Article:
Gurgaon or its new name, Gurugram is no longer a rural area but an emerging business hub. Not emerging, one could say it has actually emerged already. Let us understand the story of Gurgaon to understand success and hope.
Children in Gurgaon no longer want to work on the land. For them, software engineering or industry is the new occupation of choice.
It’s not surprising. Their paddy fields have given rise to India’s latest technology hub – tall glass buildings dot the skyline, the hundreds of offices inside brightly light up Gurgaon. It’s 7am in the morning. Buffaloes graze nearby, and farmers settle down to their traditional clay hookahs. There’s very little left of their ancestral village.
“There are no farms left here for us to remain farmers,” say many of t says. “Our hope is that our future generation will also be employed as software engineers in the offices that have sprung up here. Given good education and the right facilities, our children are also capable of achieving anything.”
Many of my friends who now live in Gurgaon swear by living there always. Located just outside India’s national capital, Delhi, the high-rise homes and offices in India’s so-called “Millenium City” are the product of two decades of the country’s rapid economic growth. Hundreds of software companies and call centres have set up shop here. The private sector is championing the India dream – it accounts for 87% of the total investments worth $72 billion USD (4.5 lakh crore rupees) that were attracted by the state (as of June 2012), according to the Associated Chambers of Commerce and Industry of India.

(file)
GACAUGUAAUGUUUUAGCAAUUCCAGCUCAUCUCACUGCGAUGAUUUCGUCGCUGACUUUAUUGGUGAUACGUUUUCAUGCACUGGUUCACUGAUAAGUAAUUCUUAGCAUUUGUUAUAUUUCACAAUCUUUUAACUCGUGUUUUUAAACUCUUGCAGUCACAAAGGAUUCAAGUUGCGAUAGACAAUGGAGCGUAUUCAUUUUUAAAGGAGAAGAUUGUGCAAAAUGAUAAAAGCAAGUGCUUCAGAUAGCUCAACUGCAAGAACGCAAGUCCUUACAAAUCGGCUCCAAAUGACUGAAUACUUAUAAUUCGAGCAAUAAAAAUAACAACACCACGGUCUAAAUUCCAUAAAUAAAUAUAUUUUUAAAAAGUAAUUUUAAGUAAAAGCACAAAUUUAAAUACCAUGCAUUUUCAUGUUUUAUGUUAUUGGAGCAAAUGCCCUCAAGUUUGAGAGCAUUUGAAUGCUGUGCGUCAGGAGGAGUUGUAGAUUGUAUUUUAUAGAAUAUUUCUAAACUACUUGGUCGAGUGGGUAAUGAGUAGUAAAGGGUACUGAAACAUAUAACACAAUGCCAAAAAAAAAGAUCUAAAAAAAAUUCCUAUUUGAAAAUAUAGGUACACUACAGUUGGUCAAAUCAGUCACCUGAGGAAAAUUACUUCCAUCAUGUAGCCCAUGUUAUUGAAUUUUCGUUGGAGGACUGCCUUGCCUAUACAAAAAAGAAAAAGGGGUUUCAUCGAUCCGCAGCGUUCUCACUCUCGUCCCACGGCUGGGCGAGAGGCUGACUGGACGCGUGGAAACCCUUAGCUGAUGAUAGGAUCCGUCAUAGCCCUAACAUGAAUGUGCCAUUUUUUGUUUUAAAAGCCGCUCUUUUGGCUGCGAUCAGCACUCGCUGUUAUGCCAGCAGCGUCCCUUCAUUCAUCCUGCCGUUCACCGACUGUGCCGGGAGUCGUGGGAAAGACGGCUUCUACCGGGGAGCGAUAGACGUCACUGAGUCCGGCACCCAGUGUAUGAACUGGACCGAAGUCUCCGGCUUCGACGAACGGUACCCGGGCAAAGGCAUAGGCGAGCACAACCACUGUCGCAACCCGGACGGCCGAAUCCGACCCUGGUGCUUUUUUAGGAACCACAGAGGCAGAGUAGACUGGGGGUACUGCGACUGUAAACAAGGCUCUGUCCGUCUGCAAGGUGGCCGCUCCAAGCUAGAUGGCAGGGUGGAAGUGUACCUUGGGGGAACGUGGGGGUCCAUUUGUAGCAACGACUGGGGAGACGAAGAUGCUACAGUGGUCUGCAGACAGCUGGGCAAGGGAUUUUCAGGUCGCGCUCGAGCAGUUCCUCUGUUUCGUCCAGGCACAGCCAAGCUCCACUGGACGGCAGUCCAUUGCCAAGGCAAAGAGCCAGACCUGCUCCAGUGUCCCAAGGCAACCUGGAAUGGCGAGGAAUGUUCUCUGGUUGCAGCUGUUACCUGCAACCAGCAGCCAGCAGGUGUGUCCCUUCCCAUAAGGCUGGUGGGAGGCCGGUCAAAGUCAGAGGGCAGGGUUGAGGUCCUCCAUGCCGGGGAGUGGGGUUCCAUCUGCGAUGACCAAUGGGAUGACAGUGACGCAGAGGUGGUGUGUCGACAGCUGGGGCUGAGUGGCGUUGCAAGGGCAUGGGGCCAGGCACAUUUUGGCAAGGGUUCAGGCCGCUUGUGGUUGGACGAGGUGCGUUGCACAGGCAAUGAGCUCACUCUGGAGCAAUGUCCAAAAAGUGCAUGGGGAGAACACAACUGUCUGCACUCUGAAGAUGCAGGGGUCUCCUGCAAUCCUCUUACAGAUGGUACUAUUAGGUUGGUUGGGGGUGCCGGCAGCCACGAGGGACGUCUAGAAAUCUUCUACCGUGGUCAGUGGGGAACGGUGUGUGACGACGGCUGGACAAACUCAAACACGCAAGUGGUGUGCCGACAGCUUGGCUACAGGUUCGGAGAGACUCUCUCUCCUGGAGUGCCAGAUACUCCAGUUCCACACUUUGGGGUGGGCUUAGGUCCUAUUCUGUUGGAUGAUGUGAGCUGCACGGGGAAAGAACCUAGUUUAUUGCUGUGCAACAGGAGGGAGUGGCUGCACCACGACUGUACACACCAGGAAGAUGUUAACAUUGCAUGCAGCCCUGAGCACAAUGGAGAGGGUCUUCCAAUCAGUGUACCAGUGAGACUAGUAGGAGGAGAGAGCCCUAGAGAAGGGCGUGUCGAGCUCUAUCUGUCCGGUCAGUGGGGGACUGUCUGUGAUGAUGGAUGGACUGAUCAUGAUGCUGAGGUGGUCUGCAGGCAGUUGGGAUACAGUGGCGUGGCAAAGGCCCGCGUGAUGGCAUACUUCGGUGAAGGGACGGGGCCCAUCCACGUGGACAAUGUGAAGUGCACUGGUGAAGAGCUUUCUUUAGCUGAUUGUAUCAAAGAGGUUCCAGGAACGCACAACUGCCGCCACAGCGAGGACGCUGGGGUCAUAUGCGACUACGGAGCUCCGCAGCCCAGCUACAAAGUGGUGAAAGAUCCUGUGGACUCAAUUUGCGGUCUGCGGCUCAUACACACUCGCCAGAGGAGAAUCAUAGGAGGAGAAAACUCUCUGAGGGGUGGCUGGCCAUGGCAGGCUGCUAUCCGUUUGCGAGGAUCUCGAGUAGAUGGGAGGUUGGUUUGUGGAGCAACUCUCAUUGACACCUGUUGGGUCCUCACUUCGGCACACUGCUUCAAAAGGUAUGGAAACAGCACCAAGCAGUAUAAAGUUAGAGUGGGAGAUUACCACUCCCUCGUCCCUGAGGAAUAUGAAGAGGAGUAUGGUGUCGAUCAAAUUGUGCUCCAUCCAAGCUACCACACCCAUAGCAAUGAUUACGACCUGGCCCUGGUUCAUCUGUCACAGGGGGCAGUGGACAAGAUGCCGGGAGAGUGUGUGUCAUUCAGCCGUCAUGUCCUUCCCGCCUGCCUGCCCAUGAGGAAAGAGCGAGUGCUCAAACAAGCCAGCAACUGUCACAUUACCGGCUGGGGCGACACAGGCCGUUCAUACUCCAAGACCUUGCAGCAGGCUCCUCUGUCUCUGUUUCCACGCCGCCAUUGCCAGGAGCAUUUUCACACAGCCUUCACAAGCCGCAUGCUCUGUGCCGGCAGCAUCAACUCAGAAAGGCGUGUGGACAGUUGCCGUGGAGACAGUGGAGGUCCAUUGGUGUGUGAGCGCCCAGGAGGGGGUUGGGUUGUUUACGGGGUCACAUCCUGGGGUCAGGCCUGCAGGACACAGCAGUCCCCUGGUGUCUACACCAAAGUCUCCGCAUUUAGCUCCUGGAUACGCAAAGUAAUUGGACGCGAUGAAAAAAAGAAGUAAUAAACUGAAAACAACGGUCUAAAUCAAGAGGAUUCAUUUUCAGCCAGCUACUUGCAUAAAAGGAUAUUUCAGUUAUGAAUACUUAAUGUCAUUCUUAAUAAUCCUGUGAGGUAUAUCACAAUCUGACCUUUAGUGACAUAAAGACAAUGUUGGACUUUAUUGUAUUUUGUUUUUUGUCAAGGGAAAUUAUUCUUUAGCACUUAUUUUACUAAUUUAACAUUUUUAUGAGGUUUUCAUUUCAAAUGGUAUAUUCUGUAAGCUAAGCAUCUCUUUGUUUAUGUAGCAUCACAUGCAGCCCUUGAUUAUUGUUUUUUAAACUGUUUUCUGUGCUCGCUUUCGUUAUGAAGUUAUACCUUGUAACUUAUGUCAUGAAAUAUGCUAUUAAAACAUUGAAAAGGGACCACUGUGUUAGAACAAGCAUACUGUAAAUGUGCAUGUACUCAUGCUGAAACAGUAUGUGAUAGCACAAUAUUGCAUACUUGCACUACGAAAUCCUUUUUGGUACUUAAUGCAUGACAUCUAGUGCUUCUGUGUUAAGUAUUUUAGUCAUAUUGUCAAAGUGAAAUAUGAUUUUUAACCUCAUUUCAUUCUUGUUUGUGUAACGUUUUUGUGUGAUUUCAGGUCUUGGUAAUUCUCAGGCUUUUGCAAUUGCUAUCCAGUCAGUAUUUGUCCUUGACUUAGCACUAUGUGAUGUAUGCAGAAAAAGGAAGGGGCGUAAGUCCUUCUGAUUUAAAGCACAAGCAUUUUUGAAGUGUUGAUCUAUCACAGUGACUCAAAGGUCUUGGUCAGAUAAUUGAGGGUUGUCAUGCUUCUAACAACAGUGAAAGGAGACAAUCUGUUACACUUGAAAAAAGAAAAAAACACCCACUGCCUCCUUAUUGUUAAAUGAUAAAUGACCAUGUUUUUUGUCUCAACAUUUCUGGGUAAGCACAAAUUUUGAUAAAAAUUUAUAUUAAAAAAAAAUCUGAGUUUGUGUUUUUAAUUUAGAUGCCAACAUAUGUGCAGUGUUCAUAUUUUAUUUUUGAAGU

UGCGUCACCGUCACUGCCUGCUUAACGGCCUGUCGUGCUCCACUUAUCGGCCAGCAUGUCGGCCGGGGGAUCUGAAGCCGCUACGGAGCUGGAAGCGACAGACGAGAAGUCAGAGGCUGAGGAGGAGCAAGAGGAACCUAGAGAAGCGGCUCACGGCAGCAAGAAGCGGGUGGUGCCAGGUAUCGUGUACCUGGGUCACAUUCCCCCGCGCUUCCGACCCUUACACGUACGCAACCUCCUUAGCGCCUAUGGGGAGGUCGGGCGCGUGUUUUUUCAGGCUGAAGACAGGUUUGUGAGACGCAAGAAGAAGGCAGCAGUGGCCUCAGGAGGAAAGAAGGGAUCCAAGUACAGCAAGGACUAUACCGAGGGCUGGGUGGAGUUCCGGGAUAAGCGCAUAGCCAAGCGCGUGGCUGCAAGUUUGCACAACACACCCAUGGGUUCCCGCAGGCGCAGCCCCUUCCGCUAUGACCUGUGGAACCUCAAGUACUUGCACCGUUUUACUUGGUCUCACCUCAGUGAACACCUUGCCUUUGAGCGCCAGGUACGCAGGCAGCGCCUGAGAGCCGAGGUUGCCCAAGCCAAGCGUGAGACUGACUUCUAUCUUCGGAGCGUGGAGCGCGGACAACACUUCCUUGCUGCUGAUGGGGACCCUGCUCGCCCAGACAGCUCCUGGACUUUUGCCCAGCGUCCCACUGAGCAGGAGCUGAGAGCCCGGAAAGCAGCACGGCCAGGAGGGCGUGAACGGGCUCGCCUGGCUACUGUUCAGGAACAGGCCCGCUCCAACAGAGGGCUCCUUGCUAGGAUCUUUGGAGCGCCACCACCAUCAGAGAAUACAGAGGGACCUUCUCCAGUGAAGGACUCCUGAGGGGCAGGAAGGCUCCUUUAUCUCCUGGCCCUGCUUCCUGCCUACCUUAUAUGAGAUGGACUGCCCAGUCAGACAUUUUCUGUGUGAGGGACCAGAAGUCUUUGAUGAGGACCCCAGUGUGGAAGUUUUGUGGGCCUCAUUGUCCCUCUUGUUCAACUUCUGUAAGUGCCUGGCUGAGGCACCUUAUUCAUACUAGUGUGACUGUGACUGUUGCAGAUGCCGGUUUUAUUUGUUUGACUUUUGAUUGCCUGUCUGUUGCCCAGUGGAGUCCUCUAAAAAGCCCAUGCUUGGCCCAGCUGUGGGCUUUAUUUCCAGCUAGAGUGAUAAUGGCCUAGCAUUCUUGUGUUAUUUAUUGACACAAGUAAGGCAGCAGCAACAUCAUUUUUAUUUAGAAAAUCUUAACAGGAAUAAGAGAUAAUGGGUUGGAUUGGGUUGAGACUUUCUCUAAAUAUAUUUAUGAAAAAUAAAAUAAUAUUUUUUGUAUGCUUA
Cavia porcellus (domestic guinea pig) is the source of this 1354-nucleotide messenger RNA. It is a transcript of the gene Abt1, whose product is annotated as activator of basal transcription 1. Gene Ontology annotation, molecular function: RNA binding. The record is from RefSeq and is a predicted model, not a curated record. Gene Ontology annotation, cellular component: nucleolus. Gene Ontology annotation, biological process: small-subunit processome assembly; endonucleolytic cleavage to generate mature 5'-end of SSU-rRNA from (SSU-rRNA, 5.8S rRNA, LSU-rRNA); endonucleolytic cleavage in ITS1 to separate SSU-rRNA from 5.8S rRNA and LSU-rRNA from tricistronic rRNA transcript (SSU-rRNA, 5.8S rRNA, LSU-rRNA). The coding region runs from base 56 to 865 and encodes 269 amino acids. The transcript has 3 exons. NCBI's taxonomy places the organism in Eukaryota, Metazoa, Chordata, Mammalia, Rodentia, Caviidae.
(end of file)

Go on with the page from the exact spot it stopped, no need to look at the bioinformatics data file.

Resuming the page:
Unlike Bangalore or Mumbai, real estate is not a problem here; the city was started by developers so there is an abundance of high-quality office and residential spaces. So, in the 1990s, when multinational companies looked for office space to house thousands of employees in call centres in India, Gurgaon became an obvious choice. Other suburbs such as Faridabad were also well-placed, but a single decision changed Gurgaon’s fortunes overnight.
Indian real estate company DLF persuaded Jack Welch – then the chief executive of General Electric (GE) – to set up a facility here, and in 1997 it became the first US company to outsource software work to India. That prompted others to come to Gurgaon
Genpact’s story best illustrates Gurgaon’s success. The company began as a call centre within General Electric, but it was hived off in 2005 as a separate entity, and began to service other clients outside of GE. Today it employs nearly 60,000 people, and has centres across the world.
Companies here also actively address themes like commuting, women’s safety, best practices of hiring talent and managing attrition. Things may take time to fall in place but one can say that Gurgaon is the future of India.
Jamuna Rangachari is the digital content curator at eGrowth
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